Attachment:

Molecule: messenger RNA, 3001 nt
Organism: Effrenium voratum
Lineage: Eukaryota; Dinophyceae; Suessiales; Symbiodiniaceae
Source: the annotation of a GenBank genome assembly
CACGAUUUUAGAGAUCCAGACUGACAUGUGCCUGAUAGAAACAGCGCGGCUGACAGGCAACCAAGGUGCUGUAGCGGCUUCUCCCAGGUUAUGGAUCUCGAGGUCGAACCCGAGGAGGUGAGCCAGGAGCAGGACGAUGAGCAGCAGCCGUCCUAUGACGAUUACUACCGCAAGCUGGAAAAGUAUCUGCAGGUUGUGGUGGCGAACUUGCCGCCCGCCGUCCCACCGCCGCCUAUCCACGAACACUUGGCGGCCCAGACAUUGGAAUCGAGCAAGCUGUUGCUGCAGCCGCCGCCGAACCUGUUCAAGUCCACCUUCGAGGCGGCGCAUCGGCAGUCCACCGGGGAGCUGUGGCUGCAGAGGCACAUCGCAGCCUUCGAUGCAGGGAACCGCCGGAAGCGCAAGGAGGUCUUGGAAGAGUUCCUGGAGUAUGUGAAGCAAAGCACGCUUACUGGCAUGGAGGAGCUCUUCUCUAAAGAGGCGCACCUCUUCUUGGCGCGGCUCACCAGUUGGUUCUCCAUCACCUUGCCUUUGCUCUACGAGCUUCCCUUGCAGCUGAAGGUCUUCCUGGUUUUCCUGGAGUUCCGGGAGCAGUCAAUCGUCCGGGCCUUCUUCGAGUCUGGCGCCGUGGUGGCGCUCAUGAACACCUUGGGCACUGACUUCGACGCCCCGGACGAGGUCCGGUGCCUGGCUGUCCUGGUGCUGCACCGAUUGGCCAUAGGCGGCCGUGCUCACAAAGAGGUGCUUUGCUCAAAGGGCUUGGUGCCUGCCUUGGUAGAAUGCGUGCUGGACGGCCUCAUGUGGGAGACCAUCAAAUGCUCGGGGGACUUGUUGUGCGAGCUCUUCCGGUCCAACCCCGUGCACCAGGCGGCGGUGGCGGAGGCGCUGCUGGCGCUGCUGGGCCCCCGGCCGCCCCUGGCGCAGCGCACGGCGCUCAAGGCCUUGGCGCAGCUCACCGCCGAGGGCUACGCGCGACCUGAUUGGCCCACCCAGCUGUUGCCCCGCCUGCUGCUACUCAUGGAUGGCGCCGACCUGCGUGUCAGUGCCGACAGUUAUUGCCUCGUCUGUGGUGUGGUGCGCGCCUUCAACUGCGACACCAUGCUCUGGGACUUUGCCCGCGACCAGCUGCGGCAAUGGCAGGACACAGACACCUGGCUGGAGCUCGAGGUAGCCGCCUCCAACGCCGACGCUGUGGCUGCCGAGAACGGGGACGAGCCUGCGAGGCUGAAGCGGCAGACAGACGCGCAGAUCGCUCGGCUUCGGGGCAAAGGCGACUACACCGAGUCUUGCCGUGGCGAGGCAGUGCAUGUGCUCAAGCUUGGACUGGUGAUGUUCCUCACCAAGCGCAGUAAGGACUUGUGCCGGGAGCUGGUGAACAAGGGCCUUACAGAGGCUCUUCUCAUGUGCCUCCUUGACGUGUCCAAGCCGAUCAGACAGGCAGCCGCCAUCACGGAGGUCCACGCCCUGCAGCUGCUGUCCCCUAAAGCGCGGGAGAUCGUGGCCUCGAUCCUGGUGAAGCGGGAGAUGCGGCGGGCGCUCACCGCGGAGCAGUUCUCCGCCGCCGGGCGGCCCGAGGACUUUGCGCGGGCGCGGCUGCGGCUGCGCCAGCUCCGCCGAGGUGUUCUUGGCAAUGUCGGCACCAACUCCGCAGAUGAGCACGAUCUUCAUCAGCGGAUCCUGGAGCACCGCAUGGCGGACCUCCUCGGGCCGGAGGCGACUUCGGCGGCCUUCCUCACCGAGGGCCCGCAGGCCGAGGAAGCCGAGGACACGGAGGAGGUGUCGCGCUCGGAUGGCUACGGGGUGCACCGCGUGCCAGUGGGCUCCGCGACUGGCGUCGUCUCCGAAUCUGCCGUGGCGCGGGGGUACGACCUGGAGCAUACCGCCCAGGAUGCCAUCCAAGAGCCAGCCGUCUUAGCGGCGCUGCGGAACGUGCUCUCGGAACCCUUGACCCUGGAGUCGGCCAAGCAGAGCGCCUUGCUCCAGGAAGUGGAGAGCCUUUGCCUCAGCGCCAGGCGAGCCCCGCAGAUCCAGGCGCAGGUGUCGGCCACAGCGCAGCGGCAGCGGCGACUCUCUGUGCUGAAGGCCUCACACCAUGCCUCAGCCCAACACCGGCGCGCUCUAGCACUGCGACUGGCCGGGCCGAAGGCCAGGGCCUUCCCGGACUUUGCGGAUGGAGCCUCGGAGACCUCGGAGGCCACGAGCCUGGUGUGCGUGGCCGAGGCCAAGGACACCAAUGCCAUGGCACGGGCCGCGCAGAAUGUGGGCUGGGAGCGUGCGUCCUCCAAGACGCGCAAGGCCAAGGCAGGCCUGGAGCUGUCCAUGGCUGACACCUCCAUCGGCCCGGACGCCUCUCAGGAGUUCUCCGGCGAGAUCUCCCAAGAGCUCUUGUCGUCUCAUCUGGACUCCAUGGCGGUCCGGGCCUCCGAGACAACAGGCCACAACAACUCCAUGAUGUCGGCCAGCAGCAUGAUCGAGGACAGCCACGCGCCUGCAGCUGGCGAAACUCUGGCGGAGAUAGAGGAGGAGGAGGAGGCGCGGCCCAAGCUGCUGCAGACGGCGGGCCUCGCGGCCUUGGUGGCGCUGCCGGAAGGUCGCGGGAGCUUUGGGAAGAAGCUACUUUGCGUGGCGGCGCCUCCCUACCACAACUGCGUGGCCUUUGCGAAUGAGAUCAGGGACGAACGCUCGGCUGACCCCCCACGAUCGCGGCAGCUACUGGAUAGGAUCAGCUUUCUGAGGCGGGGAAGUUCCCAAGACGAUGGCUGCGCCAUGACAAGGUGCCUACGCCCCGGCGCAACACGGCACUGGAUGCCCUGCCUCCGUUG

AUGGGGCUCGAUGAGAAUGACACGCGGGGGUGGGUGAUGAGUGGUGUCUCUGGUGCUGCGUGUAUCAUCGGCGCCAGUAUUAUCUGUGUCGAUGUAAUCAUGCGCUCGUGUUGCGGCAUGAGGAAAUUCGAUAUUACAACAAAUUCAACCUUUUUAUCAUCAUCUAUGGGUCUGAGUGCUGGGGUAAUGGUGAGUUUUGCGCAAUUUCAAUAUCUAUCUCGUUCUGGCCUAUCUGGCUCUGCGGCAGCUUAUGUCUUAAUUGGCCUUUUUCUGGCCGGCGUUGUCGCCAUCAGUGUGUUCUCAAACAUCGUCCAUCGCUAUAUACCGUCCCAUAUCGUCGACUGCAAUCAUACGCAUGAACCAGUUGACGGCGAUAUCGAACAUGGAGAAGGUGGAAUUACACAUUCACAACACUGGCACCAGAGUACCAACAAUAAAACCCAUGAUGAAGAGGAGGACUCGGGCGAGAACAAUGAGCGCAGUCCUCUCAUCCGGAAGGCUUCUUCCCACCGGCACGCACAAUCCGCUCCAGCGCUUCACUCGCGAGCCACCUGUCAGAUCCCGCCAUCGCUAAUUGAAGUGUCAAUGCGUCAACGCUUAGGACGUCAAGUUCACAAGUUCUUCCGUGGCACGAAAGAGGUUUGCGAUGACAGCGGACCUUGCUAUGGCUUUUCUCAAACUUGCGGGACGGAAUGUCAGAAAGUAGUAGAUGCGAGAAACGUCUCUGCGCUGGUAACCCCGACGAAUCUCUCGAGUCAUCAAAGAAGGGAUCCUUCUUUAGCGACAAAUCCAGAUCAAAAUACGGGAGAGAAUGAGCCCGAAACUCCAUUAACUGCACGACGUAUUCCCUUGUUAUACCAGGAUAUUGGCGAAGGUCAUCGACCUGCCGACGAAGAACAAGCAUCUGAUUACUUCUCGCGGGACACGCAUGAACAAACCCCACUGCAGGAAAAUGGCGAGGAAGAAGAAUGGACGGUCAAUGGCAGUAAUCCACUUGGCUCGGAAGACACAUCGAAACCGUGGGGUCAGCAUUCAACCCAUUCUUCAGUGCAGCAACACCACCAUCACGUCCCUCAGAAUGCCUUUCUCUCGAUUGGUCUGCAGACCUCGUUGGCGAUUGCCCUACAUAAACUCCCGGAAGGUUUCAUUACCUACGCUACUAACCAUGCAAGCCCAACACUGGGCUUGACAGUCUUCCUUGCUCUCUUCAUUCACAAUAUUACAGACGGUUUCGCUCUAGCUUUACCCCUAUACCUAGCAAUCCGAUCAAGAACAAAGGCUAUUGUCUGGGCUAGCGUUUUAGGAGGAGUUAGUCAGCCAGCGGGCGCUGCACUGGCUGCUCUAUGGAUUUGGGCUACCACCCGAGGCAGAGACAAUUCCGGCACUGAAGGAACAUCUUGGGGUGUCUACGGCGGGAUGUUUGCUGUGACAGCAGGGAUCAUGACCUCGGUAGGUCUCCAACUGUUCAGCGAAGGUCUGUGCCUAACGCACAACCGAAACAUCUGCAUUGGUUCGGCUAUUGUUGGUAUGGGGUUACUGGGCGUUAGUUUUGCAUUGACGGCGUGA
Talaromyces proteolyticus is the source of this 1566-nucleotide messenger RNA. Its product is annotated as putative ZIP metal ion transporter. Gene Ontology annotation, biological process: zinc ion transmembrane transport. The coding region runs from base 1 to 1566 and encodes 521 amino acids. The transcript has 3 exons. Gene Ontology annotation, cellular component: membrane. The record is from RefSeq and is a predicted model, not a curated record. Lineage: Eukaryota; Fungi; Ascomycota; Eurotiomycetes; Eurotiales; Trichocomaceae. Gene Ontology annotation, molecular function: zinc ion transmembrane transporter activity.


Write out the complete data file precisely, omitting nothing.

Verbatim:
Molecule: messenger RNA, 3001 nt
Organism: Effrenium voratum
Lineage: Eukaryota; Dinophyceae; Suessiales; Symbiodiniaceae
Source: the annotation of a GenBank genome assembly
CACGAUUUUAGAGAUCCAGACUGACAUGUGCCUGAUAGAAACAGCGCGGCUGACAGGCAACCAAGGUGCUGUAGCGGCUUCUCCCAGGUUAUGGAUCUCGAGGUCGAACCCGAGGAGGUGAGCCAGGAGCAGGACGAUGAGCAGCAGCCGUCCUAUGACGAUUACUACCGCAAGCUGGAAAAGUAUCUGCAGGUUGUGGUGGCGAACUUGCCGCCCGCCGUCCCACCGCCGCCUAUCCACGAACACUUGGCGGCCCAGACAUUGGAAUCGAGCAAGCUGUUGCUGCAGCCGCCGCCGAACCUGUUCAAGUCCACCUUCGAGGCGGCGCAUCGGCAGUCCACCGGGGAGCUGUGGCUGCAGAGGCACAUCGCAGCCUUCGAUGCAGGGAACCGCCGGAAGCGCAAGGAGGUCUUGGAAGAGUUCCUGGAGUAUGUGAAGCAAAGCACGCUUACUGGCAUGGAGGAGCUCUUCUCUAAAGAGGCGCACCUCUUCUUGGCGCGGCUCACCAGUUGGUUCUCCAUCACCUUGCCUUUGCUCUACGAGCUUCCCUUGCAGCUGAAGGUCUUCCUGGUUUUCCUGGAGUUCCGGGAGCAGUCAAUCGUCCGGGCCUUCUUCGAGUCUGGCGCCGUGGUGGCGCUCAUGAACACCUUGGGCACUGACUUCGACGCCCCGGACGAGGUCCGGUGCCUGGCUGUCCUGGUGCUGCACCGAUUGGCCAUAGGCGGCCGUGCUCACAAAGAGGUGCUUUGCUCAAAGGGCUUGGUGCCUGCCUUGGUAGAAUGCGUGCUGGACGGCCUCAUGUGGGAGACCAUCAAAUGCUCGGGGGACUUGUUGUGCGAGCUCUUCCGGUCCAACCCCGUGCACCAGGCGGCGGUGGCGGAGGCGCUGCUGGCGCUGCUGGGCCCCCGGCCGCCCCUGGCGCAGCGCACGGCGCUCAAGGCCUUGGCGCAGCUCACCGCCGAGGGCUACGCGCGACCUGAUUGGCCCACCCAGCUGUUGCCCCGCCUGCUGCUACUCAUGGAUGGCGCCGACCUGCGUGUCAGUGCCGACAGUUAUUGCCUCGUCUGUGGUGUGGUGCGCGCCUUCAACUGCGACACCAUGCUCUGGGACUUUGCCCGCGACCAGCUGCGGCAAUGGCAGGACACAGACACCUGGCUGGAGCUCGAGGUAGCCGCCUCCAACGCCGACGCUGUGGCUGCCGAGAACGGGGACGAGCCUGCGAGGCUGAAGCGGCAGACAGACGCGCAGAUCGCUCGGCUUCGGGGCAAAGGCGACUACACCGAGUCUUGCCGUGGCGAGGCAGUGCAUGUGCUCAAGCUUGGACUGGUGAUGUUCCUCACCAAGCGCAGUAAGGACUUGUGCCGGGAGCUGGUGAACAAGGGCCUUACAGAGGCUCUUCUCAUGUGCCUCCUUGACGUGUCCAAGCCGAUCAGACAGGCAGCCGCCAUCACGGAGGUCCACGCCCUGCAGCUGCUGUCCCCUAAAGCGCGGGAGAUCGUGGCCUCGAUCCUGGUGAAGCGGGAGAUGCGGCGGGCGCUCACCGCGGAGCAGUUCUCCGCCGCCGGGCGGCCCGAGGACUUUGCGCGGGCGCGGCUGCGGCUGCGCCAGCUCCGCCGAGGUGUUCUUGGCAAUGUCGGCACCAACUCCGCAGAUGAGCACGAUCUUCAUCAGCGGAUCCUGGAGCACCGCAUGGCGGACCUCCUCGGGCCGGAGGCGACUUCGGCGGCCUUCCUCACCGAGGGCCCGCAGGCCGAGGAAGCCGAGGACACGGAGGAGGUGUCGCGCUCGGAUGGCUACGGGGUGCACCGCGUGCCAGUGGGCUCCGCGACUGGCGUCGUCUCCGAAUCUGCCGUGGCGCGGGGGUACGACCUGGAGCAUACCGCCCAGGAUGCCAUCCAAGAGCCAGCCGUCUUAGCGGCGCUGCGGAACGUGCUCUCGGAACCCUUGACCCUGGAGUCGGCCAAGCAGAGCGCCUUGCUCCAGGAAGUGGAGAGCCUUUGCCUCAGCGCCAGGCGAGCCCCGCAGAUCCAGGCGCAGGUGUCGGCCACAGCGCAGCGGCAGCGGCGACUCUCUGUGCUGAAGGCCUCACACCAUGCCUCAGCCCAACACCGGCGCGCUCUAGCACUGCGACUGGCCGGGCCGAAGGCCAGGGCCUUCCCGGACUUUGCGGAUGGAGCCUCGGAGACCUCGGAGGCCACGAGCCUGGUGUGCGUGGCCGAGGCCAAGGACACCAAUGCCAUGGCACGGGCCGCGCAGAAUGUGGGCUGGGAGCGUGCGUCCUCCAAGACGCGCAAGGCCAAGGCAGGCCUGGAGCUGUCCAUGGCUGACACCUCCAUCGGCCCGGACGCCUCUCAGGAGUUCUCCGGCGAGAUCUCCCAAGAGCUCUUGUCGUCUCAUCUGGACUCCAUGGCGGUCCGGGCCUCCGAGACAACAGGCCACAACAACUCCAUGAUGUCGGCCAGCAGCAUGAUCGAGGACAGCCACGCGCCUGCAGCUGGCGAAACUCUGGCGGAGAUAGAGGAGGAGGAGGAGGCGCGGCCCAAGCUGCUGCAGACGGCGGGCCUCGCGGCCUUGGUGGCGCUGCCGGAAGGUCGCGGGAGCUUUGGGAAGAAGCUACUUUGCGUGGCGGCGCCUCCCUACCACAACUGCGUGGCCUUUGCGAAUGAGAUCAGGGACGAACGCUCGGCUGACCCCCCACGAUCGCGGCAGCUACUGGAUAGGAUCAGCUUUCUGAGGCGGGGAAGUUCCCAAGACGAUGGCUGCGCCAUGACAAGGUGCCUACGCCCCGGCGCAACACGGCACUGGAUGCCCUGCCUCCGUUG

AUGGGGCUCGAUGAGAAUGACACGCGGGGGUGGGUGAUGAGUGGUGUCUCUGGUGCUGCGUGUAUCAUCGGCGCCAGUAUUAUCUGUGUCGAUGUAAUCAUGCGCUCGUGUUGCGGCAUGAGGAAAUUCGAUAUUACAACAAAUUCAACCUUUUUAUCAUCAUCUAUGGGUCUGAGUGCUGGGGUAAUGGUGAGUUUUGCGCAAUUUCAAUAUCUAUCUCGUUCUGGCCUAUCUGGCUCUGCGGCAGCUUAUGUCUUAAUUGGCCUUUUUCUGGCCGGCGUUGUCGCCAUCAGUGUGUUCUCAAACAUCGUCCAUCGCUAUAUACCGUCCCAUAUCGUCGACUGCAAUCAUACGCAUGAACCAGUUGACGGCGAUAUCGAACAUGGAGAAGGUGGAAUUACACAUUCACAACACUGGCACCAGAGUACCAACAAUAAAACCCAUGAUGAAGAGGAGGACUCGGGCGAGAACAAUGAGCGCAGUCCUCUCAUCCGGAAGGCUUCUUCCCACCGGCACGCACAAUCCGCUCCAGCGCUUCACUCGCGAGCCACCUGUCAGAUCCCGCCAUCGCUAAUUGAAGUGUCAAUGCGUCAACGCUUAGGACGUCAAGUUCACAAGUUCUUCCGUGGCACGAAAGAGGUUUGCGAUGACAGCGGACCUUGCUAUGGCUUUUCUCAAACUUGCGGGACGGAAUGUCAGAAAGUAGUAGAUGCGAGAAACGUCUCUGCGCUGGUAACCCCGACGAAUCUCUCGAGUCAUCAAAGAAGGGAUCCUUCUUUAGCGACAAAUCCAGAUCAAAAUACGGGAGAGAAUGAGCCCGAAACUCCAUUAACUGCACGACGUAUUCCCUUGUUAUACCAGGAUAUUGGCGAAGGUCAUCGACCUGCCGACGAAGAACAAGCAUCUGAUUACUUCUCGCGGGACACGCAUGAACAAACCCCACUGCAGGAAAAUGGCGAGGAAGAAGAAUGGACGGUCAAUGGCAGUAAUCCACUUGGCUCGGAAGACACAUCGAAACCGUGGGGUCAGCAUUCAACCCAUUCUUCAGUGCAGCAACACCACCAUCACGUCCCUCAGAAUGCCUUUCUCUCGAUUGGUCUGCAGACCUCGUUGGCGAUUGCCCUACAUAAACUCCCGGAAGGUUUCAUUACCUACGCUACUAACCAUGCAAGCCCAACACUGGGCUUGACAGUCUUCCUUGCUCUCUUCAUUCACAAUAUUACAGACGGUUUCGCUCUAGCUUUACCCCUAUACCUAGCAAUCCGAUCAAGAACAAAGGCUAUUGUCUGGGCUAGCGUUUUAGGAGGAGUUAGUCAGCCAGCGGGCGCUGCACUGGCUGCUCUAUGGAUUUGGGCUACCACCCGAGGCAGAGACAAUUCCGGCACUGAAGGAACAUCUUGGGGUGUCUACGGCGGGAUGUUUGCUGUGACAGCAGGGAUCAUGACCUCGGUAGGUCUCCAACUGUUCAGCGAAGGUCUGUGCCUAACGCACAACCGAAACAUCUGCAUUGGUUCGGCUAUUGUUGGUAUGGGGUUACUGGGCGUUAGUUUUGCAUUGACGGCGUGA
Talaromyces proteolyticus is the source of this 1566-nucleotide messenger RNA. Its product is annotated as putative ZIP metal ion transporter. Gene Ontology annotation, biological process: zinc ion transmembrane transport. The coding region runs from base 1 to 1566 and encodes 521 amino acids. The transcript has 3 exons. Gene Ontology annotation, cellular component: membrane. The record is from RefSeq and is a predicted model, not a curated record. Lineage: Eukaryota; Fungi; Ascomycota; Eurotiomycetes; Eurotiales; Trichocomaceae. Gene Ontology annotation, molecular function: zinc ion transmembrane transporter activity.